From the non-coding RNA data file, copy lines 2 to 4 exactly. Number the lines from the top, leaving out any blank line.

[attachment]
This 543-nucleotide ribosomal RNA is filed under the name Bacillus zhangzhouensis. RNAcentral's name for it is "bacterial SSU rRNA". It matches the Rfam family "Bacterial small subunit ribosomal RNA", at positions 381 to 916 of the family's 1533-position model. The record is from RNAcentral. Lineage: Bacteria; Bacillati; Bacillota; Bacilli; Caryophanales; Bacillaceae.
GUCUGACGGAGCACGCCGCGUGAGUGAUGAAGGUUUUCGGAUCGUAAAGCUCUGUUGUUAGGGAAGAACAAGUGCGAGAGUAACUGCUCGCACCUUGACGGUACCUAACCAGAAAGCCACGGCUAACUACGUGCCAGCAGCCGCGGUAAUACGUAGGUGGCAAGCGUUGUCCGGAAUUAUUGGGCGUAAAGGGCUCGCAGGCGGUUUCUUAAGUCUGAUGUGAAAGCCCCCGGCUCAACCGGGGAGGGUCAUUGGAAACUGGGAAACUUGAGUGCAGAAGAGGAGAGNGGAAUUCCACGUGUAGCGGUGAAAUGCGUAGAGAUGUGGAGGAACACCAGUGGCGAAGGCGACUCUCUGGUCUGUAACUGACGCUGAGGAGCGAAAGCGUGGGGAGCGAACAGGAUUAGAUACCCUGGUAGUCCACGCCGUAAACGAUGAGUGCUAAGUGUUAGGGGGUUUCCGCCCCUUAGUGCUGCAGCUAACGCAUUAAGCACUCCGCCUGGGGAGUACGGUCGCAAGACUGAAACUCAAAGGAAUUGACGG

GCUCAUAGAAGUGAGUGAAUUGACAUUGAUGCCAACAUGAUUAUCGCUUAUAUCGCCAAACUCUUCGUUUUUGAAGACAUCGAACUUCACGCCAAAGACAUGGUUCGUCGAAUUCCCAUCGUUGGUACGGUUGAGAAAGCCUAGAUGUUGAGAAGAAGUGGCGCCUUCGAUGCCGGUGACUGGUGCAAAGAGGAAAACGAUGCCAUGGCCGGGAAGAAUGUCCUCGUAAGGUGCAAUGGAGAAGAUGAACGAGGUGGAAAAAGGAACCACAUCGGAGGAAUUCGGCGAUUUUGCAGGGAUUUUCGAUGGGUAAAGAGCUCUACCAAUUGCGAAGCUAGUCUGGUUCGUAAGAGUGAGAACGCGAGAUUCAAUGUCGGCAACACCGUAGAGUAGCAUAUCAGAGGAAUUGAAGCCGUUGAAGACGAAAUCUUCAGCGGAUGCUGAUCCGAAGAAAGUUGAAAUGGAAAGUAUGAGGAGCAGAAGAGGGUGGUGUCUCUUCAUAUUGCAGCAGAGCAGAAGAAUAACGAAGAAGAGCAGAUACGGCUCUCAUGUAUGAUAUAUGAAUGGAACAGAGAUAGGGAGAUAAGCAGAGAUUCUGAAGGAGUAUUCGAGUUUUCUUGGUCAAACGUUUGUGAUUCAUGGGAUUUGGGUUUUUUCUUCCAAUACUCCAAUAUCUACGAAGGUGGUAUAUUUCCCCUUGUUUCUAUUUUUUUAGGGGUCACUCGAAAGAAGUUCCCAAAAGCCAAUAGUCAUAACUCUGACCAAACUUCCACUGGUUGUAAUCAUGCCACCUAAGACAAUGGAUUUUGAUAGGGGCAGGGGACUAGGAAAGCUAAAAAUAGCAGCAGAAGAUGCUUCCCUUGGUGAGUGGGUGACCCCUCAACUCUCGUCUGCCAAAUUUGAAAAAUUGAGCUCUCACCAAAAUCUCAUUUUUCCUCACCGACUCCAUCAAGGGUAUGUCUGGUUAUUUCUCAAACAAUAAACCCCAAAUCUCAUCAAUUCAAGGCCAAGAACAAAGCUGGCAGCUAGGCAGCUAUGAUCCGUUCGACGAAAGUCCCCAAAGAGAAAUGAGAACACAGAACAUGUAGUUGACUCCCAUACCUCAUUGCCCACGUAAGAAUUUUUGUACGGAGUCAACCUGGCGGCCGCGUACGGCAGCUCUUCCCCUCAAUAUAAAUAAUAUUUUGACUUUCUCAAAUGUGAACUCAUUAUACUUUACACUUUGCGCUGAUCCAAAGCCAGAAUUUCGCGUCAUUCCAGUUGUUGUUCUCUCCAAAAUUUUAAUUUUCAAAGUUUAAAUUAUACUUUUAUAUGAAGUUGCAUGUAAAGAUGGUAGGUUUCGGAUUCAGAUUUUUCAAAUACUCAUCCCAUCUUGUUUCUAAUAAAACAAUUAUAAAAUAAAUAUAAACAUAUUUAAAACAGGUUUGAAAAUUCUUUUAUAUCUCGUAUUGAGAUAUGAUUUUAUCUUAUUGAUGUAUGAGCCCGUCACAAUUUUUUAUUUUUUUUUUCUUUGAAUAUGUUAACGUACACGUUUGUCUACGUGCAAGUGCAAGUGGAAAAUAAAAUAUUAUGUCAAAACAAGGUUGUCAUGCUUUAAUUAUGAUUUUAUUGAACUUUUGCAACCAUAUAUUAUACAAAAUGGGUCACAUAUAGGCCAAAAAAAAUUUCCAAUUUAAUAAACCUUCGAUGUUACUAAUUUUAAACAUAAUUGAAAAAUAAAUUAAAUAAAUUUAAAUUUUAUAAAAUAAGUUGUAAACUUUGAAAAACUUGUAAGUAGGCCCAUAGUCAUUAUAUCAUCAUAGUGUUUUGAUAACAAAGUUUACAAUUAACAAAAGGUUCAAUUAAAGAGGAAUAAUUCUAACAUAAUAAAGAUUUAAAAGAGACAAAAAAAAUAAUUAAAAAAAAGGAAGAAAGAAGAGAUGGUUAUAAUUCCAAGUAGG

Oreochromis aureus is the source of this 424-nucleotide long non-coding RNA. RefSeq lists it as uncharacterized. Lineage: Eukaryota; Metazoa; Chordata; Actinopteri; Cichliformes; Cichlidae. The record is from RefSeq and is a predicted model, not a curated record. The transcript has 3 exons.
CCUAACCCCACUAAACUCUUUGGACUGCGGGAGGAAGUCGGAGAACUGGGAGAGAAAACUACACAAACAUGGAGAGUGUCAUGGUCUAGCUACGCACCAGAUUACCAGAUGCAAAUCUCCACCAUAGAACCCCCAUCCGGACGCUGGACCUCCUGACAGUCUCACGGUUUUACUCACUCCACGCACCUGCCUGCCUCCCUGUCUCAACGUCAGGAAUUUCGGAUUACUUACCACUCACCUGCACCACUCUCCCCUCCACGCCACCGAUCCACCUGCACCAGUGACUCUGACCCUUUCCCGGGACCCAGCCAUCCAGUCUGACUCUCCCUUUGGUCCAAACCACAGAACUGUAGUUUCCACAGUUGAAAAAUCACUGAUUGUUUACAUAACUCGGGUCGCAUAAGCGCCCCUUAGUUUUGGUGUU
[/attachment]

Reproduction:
GUCUGACGGAGCACGCCGCGUGAGUGAUGAAGGUUUUCGGAUCGUAAAGCUCUGUUGUUAGGGAAGAACAAGUGCGAGAGUAACUGCUCGCACCUUGACGGUACCUAACCAGAAAGCCACGGCUAACUACGUGCCAGCAGCCGCGGUAAUACGUAGGUGGCAAGCGUUGUCCGGAAUUAUUGGGCGUAAAGGGCUCGCAGGCGGUUUCUUAAGUCUGAUGUGAAAGCCCCCGGCUCAACCGGGGAGGGUCAUUGGAAACUGGGAAACUUGAGUGCAGAAGAGGAGAGNGGAAUUCCACGUGUAGCGGUGAAAUGCGUAGAGAUGUGGAGGAACACCAGUGGCGAAGGCGACUCUCUGGUCUGUAACUGACGCUGAGGAGCGAAAGCGUGGGGAGCGAACAGGAUUAGAUACCCUGGUAGUCCACGCCGUAAACGAUGAGUGCUAAGUGUUAGGGGGUUUCCGCCCCUUAGUGCUGCAGCUAACGCAUUAAGCACUCCGCCUGGGGAGUACGGUCGCAAGACUGAAACUCAAAGGAAUUGACGG

GCUCAUAGAAGUGAGUGAAUUGACAUUGAUGCCAACAUGAUUAUCGCUUAUAUCGCCAAACUCUUCGUUUUUGAAGACAUCGAACUUCACGCCAAAGACAUGGUUCGUCGAAUUCCCAUCGUUGGUACGGUUGAGAAAGCCUAGAUGUUGAGAAGAAGUGGCGCCUUCGAUGCCGGUGACUGGUGCAAAGAGGAAAACGAUGCCAUGGCCGGGAAGAAUGUCCUCGUAAGGUGCAAUGGAGAAGAUGAACGAGGUGGAAAAAGGAACCACAUCGGAGGAAUUCGGCGAUUUUGCAGGGAUUUUCGAUGGGUAAAGAGCUCUACCAAUUGCGAAGCUAGUCUGGUUCGUAAGAGUGAGAACGCGAGAUUCAAUGUCGGCAACACCGUAGAGUAGCAUAUCAGAGGAAUUGAAGCCGUUGAAGACGAAAUCUUCAGCGGAUGCUGAUCCGAAGAAAGUUGAAAUGGAAAGUAUGAGGAGCAGAAGAGGGUGGUGUCUCUUCAUAUUGCAGCAGAGCAGAAGAAUAACGAAGAAGAGCAGAUACGGCUCUCAUGUAUGAUAUAUGAAUGGAACAGAGAUAGGGAGAUAAGCAGAGAUUCUGAAGGAGUAUUCGAGUUUUCUUGGUCAAACGUUUGUGAUUCAUGGGAUUUGGGUUUUUUCUUCCAAUACUCCAAUAUCUACGAAGGUGGUAUAUUUCCCCUUGUUUCUAUUUUUUUAGGGGUCACUCGAAAGAAGUUCCCAAAAGCCAAUAGUCAUAACUCUGACCAAACUUCCACUGGUUGUAAUCAUGCCACCUAAGACAAUGGAUUUUGAUAGGGGCAGGGGACUAGGAAAGCUAAAAAUAGCAGCAGAAGAUGCUUCCCUUGGUGAGUGGGUGACCCCUCAACUCUCGUCUGCCAAAUUUGAAAAAUUGAGCUCUCACCAAAAUCUCAUUUUUCCUCACCGACUCCAUCAAGGGUAUGUCUGGUUAUUUCUCAAACAAUAAACCCCAAAUCUCAUCAAUUCAAGGCCAAGAACAAAGCUGGCAGCUAGGCAGCUAUGAUCCGUUCGACGAAAGUCCCCAAAGAGAAAUGAGAACACAGAACAUGUAGUUGACUCCCAUACCUCAUUGCCCACGUAAGAAUUUUUGUACGGAGUCAACCUGGCGGCCGCGUACGGCAGCUCUUCCCCUCAAUAUAAAUAAUAUUUUGACUUUCUCAAAUGUGAACUCAUUAUACUUUACACUUUGCGCUGAUCCAAAGCCAGAAUUUCGCGUCAUUCCAGUUGUUGUUCUCUCCAAAAUUUUAAUUUUCAAAGUUUAAAUUAUACUUUUAUAUGAAGUUGCAUGUAAAGAUGGUAGGUUUCGGAUUCAGAUUUUUCAAAUACUCAUCCCAUCUUGUUUCUAAUAAAACAAUUAUAAAAUAAAUAUAAACAUAUUUAAAACAGGUUUGAAAAUUCUUUUAUAUCUCGUAUUGAGAUAUGAUUUUAUCUUAUUGAUGUAUGAGCCCGUCACAAUUUUUUAUUUUUUUUUUCUUUGAAUAUGUUAACGUACACGUUUGUCUACGUGCAAGUGCAAGUGGAAAAUAAAAUAUUAUGUCAAAACAAGGUUGUCAUGCUUUAAUUAUGAUUUUAUUGAACUUUUGCAACCAUAUAUUAUACAAAAUGGGUCACAUAUAGGCCAAAAAAAAUUUCCAAUUUAAUAAACCUUCGAUGUUACUAAUUUUAAACAUAAUUGAAAAAUAAAUUAAAUAAAUUUAAAUUUUAUAAAAUAAGUUGUAAACUUUGAAAAACUUGUAAGUAGGCCCAUAGUCAUUAUAUCAUCAUAGUGUUUUGAUAACAAAGUUUACAAUUAACAAAAGGUUCAAUUAAAGAGGAAUAAUUCUAACAUAAUAAAGAUUUAAAAGAGACAAAAAAAAUAAUUAAAAAAAAGGAAGAAAGAAGAGAUGGUUAUAAUUCCAAGUAGG

Oreochromis aureus is the source of this 424-nucleotide long non-coding RNA. RefSeq lists it as uncharacterized. Lineage: Eukaryota; Metazoa; Chordata; Actinopteri; Cichliformes; Cichlidae. The record is from RefSeq and is a predicted model, not a curated record. The transcript has 3 exons.